Stories of assertive outreach Team mental health patients

Student thesis: Doctoral Thesis

Abstract

Background:
Patient care is suffering, with disjointed care pathways that leave mental health patients in limbo as they transition through services. Organisational boundaries have become hurdles, difficult for both patients and professionals to navigate and overcome. NHS England and NHS Improvement aim to deliver a transformation in adult mental health services by 2023/24, building on the progress made to date towards achieving the recommendations set out in the Five Year Forward View for Mental Health. The aim is to support patients in accessing whole person, personalised physical and mental health care, housing, advocacy, welfare advice and employment support. This in turn is hoped to encourage engagement with services whilst decreasing the risk of poorer mental health and reducing health inequalities and unwarranted variations in care. While there is substantial research about collaborative working in mental health nursing and care, there is a paucity of evidence based on the experiences of the patients in this context.

Aim:
The research aimed to gain insight into and develop an understanding of the uniqueness of individual experiences, derived from mental health patients’ stories of recovery in the context of collaborative working within an assertive outreach community mental health team.

Methods:
Twelve patients who were in receipt of care from a local adult mental health outreach service in the UK, were purposively sampled to give information-rich insights of their experience of treatment and recovery in a collaborative assertive outreach team environment. The narrative approach was used to generate patients’ stories, with the data gathered and analysed thematically to determine both convergences and divergences in these stories.

Key findings:
Ten themes emerged: identity, transition from Child and Adolescent Mental Health Services – (CAMHS) to Adult Mental Health – (AMH); between AMH teams; between care coordinators; between medications; personal circumstances; from mental health professional to a mental health patient; transgender transition, hope and in-betweenness. Being a mental health patient was described as a locked position that encouraged feelings of inbetweenness which impacted on patient engagement.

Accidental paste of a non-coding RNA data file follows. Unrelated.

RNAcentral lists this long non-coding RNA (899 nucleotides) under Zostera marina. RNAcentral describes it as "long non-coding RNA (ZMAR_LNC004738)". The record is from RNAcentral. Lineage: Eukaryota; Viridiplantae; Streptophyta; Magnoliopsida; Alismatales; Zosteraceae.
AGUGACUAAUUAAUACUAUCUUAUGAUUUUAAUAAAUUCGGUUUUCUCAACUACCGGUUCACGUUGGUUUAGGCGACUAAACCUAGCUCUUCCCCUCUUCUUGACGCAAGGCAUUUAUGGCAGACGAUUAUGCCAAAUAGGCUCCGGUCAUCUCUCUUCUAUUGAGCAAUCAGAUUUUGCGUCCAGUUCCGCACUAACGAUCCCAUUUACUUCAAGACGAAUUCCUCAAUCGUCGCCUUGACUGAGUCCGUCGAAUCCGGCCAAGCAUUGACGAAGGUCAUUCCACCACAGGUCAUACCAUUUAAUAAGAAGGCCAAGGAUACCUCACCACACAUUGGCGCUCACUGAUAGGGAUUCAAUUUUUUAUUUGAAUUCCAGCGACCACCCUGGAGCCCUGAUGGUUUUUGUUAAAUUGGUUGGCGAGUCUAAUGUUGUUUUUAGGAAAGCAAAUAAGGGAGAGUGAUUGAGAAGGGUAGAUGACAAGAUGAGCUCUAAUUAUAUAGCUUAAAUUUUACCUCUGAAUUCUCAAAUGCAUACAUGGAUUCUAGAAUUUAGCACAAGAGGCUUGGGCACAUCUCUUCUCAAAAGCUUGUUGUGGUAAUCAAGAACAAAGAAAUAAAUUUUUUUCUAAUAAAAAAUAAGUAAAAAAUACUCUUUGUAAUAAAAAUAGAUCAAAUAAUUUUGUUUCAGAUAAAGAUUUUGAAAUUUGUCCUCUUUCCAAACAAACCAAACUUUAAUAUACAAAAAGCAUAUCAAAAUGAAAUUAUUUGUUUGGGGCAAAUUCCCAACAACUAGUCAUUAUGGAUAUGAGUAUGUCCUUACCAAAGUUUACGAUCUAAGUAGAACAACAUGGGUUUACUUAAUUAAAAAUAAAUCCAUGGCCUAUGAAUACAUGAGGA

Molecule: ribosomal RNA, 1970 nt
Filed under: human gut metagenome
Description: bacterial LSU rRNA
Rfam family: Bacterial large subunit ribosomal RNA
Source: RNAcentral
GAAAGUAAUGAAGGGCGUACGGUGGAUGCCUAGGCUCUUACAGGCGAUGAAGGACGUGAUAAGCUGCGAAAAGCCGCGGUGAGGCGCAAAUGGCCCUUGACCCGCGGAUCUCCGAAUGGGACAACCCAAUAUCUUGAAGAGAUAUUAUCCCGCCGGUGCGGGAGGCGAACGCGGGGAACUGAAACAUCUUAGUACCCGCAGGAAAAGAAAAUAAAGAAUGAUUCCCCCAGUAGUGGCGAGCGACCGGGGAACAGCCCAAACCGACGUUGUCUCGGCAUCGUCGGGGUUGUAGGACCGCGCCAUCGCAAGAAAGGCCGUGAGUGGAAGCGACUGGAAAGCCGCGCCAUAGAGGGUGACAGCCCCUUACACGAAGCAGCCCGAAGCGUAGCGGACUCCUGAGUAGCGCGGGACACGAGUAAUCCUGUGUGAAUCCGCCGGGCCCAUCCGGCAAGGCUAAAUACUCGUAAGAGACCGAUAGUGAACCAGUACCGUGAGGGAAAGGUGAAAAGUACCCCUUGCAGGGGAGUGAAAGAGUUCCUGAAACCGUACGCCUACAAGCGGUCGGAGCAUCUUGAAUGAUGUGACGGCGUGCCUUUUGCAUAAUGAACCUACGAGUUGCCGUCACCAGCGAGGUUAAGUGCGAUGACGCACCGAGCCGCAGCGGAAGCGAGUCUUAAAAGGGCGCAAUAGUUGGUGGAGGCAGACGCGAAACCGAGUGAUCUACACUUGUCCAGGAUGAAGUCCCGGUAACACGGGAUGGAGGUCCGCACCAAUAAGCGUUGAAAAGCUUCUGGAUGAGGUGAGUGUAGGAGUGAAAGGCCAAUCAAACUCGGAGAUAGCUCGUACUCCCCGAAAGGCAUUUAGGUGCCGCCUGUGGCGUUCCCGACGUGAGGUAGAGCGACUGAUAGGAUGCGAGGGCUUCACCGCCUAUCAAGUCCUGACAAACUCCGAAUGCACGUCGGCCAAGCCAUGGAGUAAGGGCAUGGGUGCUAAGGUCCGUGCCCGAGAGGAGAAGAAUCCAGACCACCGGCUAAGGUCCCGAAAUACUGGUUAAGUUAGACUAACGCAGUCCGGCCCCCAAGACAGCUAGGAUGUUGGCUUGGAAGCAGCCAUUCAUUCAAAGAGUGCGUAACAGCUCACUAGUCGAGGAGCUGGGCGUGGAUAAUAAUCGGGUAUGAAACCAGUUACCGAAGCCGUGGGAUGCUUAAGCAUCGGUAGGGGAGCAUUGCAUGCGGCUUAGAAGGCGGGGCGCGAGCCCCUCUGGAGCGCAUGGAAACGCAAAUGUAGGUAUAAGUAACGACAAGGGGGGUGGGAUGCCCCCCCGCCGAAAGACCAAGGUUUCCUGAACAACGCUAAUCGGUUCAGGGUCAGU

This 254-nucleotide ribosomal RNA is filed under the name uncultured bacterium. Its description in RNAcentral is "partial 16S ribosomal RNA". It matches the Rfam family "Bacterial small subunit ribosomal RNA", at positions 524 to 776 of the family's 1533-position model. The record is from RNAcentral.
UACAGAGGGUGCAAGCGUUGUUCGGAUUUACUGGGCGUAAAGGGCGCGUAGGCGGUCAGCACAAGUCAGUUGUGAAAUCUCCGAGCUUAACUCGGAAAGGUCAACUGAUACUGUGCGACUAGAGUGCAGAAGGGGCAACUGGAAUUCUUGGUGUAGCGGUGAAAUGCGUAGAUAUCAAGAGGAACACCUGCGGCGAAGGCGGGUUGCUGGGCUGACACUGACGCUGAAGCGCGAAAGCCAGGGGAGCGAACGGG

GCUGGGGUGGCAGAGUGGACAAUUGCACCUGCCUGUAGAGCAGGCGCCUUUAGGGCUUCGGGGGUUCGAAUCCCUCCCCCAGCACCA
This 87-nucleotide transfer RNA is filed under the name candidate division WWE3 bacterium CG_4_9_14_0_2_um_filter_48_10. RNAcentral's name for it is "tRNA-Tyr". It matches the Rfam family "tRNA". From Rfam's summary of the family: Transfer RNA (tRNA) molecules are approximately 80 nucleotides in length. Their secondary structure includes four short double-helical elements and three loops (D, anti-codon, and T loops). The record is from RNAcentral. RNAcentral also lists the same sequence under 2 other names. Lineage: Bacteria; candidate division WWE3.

Discussion:
Collaboration was viewed by patients as an important social function in mental health care. However from literature, there is no common acceptable term used to describe this simplest form of working together. This is an advantage as no agencies are excluded from the joint working process. Narratives showed how collaboration served a function in patient recovery. However, this was obscured by the complexities of in-betweenness experienced by patients in the context of multi-agency working. Inbetweenness, was best described as a place of indecision or having choices, which importantly supported the construction of solutions to life’s problems. Collaboration occurred at several levels, beginning with the patients engaging with the notion of having a mental illness and then accepting support from mental health services, as they transitioned through the mental health services. Patients suggested that improving transitional care through collaborative working that is characterised by good communication links, will facilitate not only recovery but also mental health promotion and mental illness prevention.

Conclusion:
Whilst collaboration has numerous benefits for patient and their recovery, it presents a range of challenges for patients as they transition through mental health services. A concept built in this research is of inbetweenness, which is characterised by multiplicity of challenges which mental health patients face. Patients viewed collaboration as dynamic and ambiguous, with the language of collaboration concealing much of the complexity that exists in mental health care. Patients’ perspectives identified by this research, can be embedded in culture changes that enhance patient recovery at clinical practice, policy and further research levels.
Date of Award2021
Original languageEnglish
SupervisorRebecca Stores (Supervisor), Nikki Jarrett (Supervisor), Graham Noyce (Supervisor), Kieron Hatton (Supervisor) & Karen Jennifer Burnell (Supervisor)

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